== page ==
Talks and Workshops

I present talks and run workshops, from one-hour to full-day sessions, for school students and adults. (Some examples follow.) Talks and workshops can also be tailored to suit particular requirements. I am a registered teacher.

Contact me for details of bookings and costs, or contact Speakers Ink or Creative Net

How a Book is Made

Suitable for lower primary. Demonstrates how a book is made, from the initial idea to the first scarily-messy scribbled draft, to edited text. The publishing process as text is laid out and illustrations placed – and finally, the completed book! (With examples of original first drafts, first and second proofs, illustration roughs and finished art.)

Mummies, mystery and magic

Learn how the ancient Egyptians mummified people – and animals. Why they did it. What they believed happened after death. See replicas of a mummified hand and cat – and a genuine mummified rat! In this workshop, kids learn to write their name in hieroglyphs – and find out why they should always, always say a mummy’s name aloud …
Pam’s books on Egypt include Walking in the Fields of the Blessed; Everything Egypt; The King of Egypt; Say My Name; Millions of Mummies.

White knee-high boots – in a war zone

Researching and writing When the Hipchicks Went to War

The sixties are in full swing and going to a war is the last thing on sixteen-year-old Kathy’s mind. But Kathy’s brother is fighting in Vietnam. Her best friend is protesting against it. And show-biz-mad Kathy is offered a job with a touring song-and-dance company, entertaining the troops. Kathy soon finds war is no song and dance …
(When the Hipchicks Went to War PowerPoint includes archival Vietnam War photographs. Teacher’s notes available.)

Australia’s war horses: the walers

Researching and writing The Horses Didn’t Come Home

The Horses Didn’t Come Home is the story of Australia’s own war horses: the walers. Australia sent 160,000 horses overseas during World War 1. Only one of them ever came back …
(PowerPoint includes archival World War 1 photographs. Teacher’s notes available.)

There was a hospital ward on the merry-go-round …

Researching and writing Flora’s War

Cairo, 1915, and the city is in crisis, totally overwhelmed with wounded from the Gallipoli campaign. Soon, every likely – and unlikely – building has been commandeered as a hospital – even the local fun park. Flora’s War is the story of sixteen-year-old Flora, in Cairo with her archaeologist father. Newly-grown-up Flora’s been dreaming of a glittering social life. Now dreams are pushed aside as she transports wounded soldiers in her motorcar, and volunteers in overcrowded hospital wards. Then, as she battles to save lives – and find her own – a tragic misunderstanding changes everything.
(PowerPoint includes archival photographs of Cairo in 1915.)

1900 – and the Black Death arrives in Australia

Researching and writing The Ratcatcher’s Daughter

The year is 1900, and the new year starts with the oldest disease – the plague, the Black Death. Thirteen-year-old Issy, just starting out in her first job as a maid in an Undertaking Establishment, becomes a very reluctant ratcatcher when the plague devastates Australia.
(The Ratcatcher’s Daughter PowerPoint includes archival photographs of Brisbane during the plague. Teacher’s notes available.)

How close did Australia come to outright civil war?

Researching and writing Sing a Rebel Song

Scarily close. In 1891, in western Queensland, shearers rebelled against employment conditions laid down by landowners, as workers opposed landowners and the government. Torchlight protest marches in the streets, violent confrontations, woolsheds and property fired. Twelve-year-old Maggie McAllister and her family are caught up in the struggle.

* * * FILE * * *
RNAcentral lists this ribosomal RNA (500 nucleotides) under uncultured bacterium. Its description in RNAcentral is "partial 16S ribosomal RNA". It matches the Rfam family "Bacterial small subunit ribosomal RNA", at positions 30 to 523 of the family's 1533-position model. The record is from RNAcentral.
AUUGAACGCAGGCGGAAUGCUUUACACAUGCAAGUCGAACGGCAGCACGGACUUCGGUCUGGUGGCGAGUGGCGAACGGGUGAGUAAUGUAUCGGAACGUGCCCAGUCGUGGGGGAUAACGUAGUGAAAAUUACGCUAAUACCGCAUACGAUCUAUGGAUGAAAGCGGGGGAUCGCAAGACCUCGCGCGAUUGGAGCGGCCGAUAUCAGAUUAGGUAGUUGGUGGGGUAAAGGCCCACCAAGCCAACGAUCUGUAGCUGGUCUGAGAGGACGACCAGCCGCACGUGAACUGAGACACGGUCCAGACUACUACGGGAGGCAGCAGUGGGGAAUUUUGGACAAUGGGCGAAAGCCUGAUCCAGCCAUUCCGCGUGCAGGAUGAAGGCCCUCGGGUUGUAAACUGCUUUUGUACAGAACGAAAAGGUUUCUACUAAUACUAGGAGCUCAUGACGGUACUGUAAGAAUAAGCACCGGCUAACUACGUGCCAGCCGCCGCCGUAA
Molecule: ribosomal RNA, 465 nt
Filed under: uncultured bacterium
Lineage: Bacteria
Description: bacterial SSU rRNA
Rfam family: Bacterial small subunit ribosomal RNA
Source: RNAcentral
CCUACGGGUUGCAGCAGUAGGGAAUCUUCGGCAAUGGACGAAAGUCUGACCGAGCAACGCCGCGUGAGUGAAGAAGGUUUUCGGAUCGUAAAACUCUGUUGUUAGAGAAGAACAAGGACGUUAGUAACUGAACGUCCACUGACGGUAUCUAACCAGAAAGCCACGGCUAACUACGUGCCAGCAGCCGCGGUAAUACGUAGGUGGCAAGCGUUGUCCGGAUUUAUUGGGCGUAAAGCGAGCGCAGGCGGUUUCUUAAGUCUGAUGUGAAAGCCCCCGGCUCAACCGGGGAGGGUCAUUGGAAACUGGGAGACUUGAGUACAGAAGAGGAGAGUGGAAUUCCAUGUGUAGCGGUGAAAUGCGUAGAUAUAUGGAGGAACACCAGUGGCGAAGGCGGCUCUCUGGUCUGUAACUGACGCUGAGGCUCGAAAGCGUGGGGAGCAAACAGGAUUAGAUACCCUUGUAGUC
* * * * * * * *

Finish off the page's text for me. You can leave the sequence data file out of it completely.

(Sing a Rebel Song PowerPoint includes archival photographs of Barcaldine and western Queensland during the Shearers Strike. Teachers notes available.)

Professional development workshops/seminars

All you ever needed to know about the publishing process

For beginning/emerging writers: how to get your manuscript onto a publisher’s desk. The dreaded acquisitions meeting. Do you really need an agent? Working productively with editors. Promote, promote, promote yourself!

How to write sizzling first sentences

When a reader picks up your book, you’ve got about 15 seconds to convince them to keep reading. This hands-on workshop outlines why sizzling first sentences are so important – and suggests eight effective ways of writing them.

Writing for children – and a way to break into it

Writing for the educational market is a great way to start off writing for children. Educational publishers are constantly commissioning new series – both fiction and non-fiction, for all age groups. This workshop includes finding the right publisher for you, and how to get that all-important first brief.

The perfect pitch

More and more often, writers have opportunities to pitch their work direct to publishers: at writers’ conferences, festivals, online. This workshop outlines how to have that perfect pitch on the tip of your tongue. Participants will develop two pitches: a short “elevator” pitch, and a longer pitch suitable for a one-on-one appointment.

Writing “faction”: fact-based historical fiction

The best, the strangest, the most riveting, heart-breaking, laugh-out-loud stories aren’t fiction. They’re real. They come from history. This workshop covers how to take an incredible historical moment and develop it into a gripping historical novel. Participants will work together to develop the outline of a historical story.

How nine questions – and three little pigs – can help you structure your story

This practical seminar assists writers to structure a story with a fine-tuned beginning, middle and end.  Nine simple questions are used as the framework to identify set-up, place and time, main characters, action, obstacles, conflict, climax and outcome, to construct a sensational story.